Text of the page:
A recent HN discussion got me thinking - why don’t I try and run my own email infrastructure? Some of the main reasons I hadn’t previously tried might come naturally:
- Email servers are a pain to set up
- They’re open to attack
- Hosted email is fairly inexpensive and easy to set up
I recently expanded to having three different domains for email - one for general web logins & CVs, one I give to just family & friends, and the last for my company Jammed. To make things worse, each of these domains is hosted by different providers, so consolidating them all to use one email server would be a fairly good reason to bother.
Well, given I had a Christmas Eve to myself, I decided to try… and it was actually quite a bit easier than I thought it would be.
I’m a bit of a privacy geek, but it wasn’t the driving force behind me owning the infra - but still the thought of all of my business email touching a Google server was always a bit of a sting.
From the off, I had some reasonable requirements:
- It had to use IMAP, SSL/TLS
- I had to be able to use mulltiple email accounts with the same server
- It kinda just had to look after itself once created
- Be reasonably cheap, but not any cheaper than my current three hosted email subsciptions
At first I found a few github projects that were stale, but eventually came across the excellent Docker Mailserver which is a simple Docker Compose container setup that runs a fully fledged mail server.
The blog article is the setup to make Docker Mailserver act like a Gmail server - if you don’t really care about Archive/Junk/All Mail working, you can just use the default setup and be reasonably happy. I’m sure you could go further with this setup, with Kubernetes, but I’m not going to bother as it’s overkill for a single email server.
For this you need
- A Digital Ocean (or similar) account
- A domain name to host it on
- A DNS setup to point the domain to the server (I use Cloudflare)
I spun up a small Digital Ocean droplet with using the ‘Docker’ marketplace image. Docker Mailserver needs at least 2GB of RAM to run - this can be less if you disable virus scanning (which loads the full signature database in memory at boot).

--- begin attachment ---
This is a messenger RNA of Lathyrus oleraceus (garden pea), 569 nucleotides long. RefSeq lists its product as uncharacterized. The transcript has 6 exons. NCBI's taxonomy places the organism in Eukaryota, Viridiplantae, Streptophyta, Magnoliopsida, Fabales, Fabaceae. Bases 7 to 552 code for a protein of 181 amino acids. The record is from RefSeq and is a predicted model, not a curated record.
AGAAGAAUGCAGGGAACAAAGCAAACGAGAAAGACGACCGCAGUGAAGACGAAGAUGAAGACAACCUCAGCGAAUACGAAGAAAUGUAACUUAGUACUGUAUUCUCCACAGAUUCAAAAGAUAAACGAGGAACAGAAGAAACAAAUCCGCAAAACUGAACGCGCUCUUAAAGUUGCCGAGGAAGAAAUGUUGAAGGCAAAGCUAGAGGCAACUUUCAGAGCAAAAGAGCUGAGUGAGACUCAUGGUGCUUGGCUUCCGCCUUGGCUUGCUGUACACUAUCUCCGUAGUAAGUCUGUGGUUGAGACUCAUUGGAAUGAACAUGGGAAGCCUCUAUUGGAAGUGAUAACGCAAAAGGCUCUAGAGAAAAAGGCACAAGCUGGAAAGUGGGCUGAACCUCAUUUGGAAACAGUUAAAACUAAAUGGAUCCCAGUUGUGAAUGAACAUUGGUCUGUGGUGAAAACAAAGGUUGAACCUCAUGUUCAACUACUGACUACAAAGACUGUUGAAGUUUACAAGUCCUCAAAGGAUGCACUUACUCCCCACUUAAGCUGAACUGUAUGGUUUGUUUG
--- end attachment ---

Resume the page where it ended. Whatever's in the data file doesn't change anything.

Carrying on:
I set mine up in the London region, but anywhere that’s close to you physically is fine.
This is the most important part - you attach a block storage volume to the droplet, so you have the option later of scaling up the storage, independently of the droplet size. The volume is attached to the droplet at boot, and is then mounted on the host machine.
I added a 50GB volume to mine, because it’s easy to scale later.
This should be pretty self-explanatory - email is pretty important data, so it’s important to keep it backed up.
Login to your droplet, and run the following commands:
chmod a+x ./setup.sh
setup.sh is the main script that configures the mail server.
Head to ‘Volumes’ in the Digital Ocean dashboard, and attach the volume to your droplet (unless it already has done so). Next, find the ‘configure your volume’ section, and follow the instructions to mount the volume.
After this point, the droplet will always mount the volume at boot, and the volume will be mounted on the host machine for us to use as the data store for email, config files, etc.
First, at the top of the file, add your full domain name in as the
Now we have a persistent block volume, we can change the mount points in the
docker-compose.yml file to point to the volume.
Mine looks like this:
mnt/volume_lon1_01 is my Digital Ocean block volume, and setting these will mount the Docker volumes on the host machine in the right places.
Follow the instructions to setup Certbot to automatically provision and renew the certificate for the domain you want to use. For Cloudflare, you can use their DNS provisioning plugin using an API key that verifies the domain you want to use without needing to set up a nginx server to serve the challenge.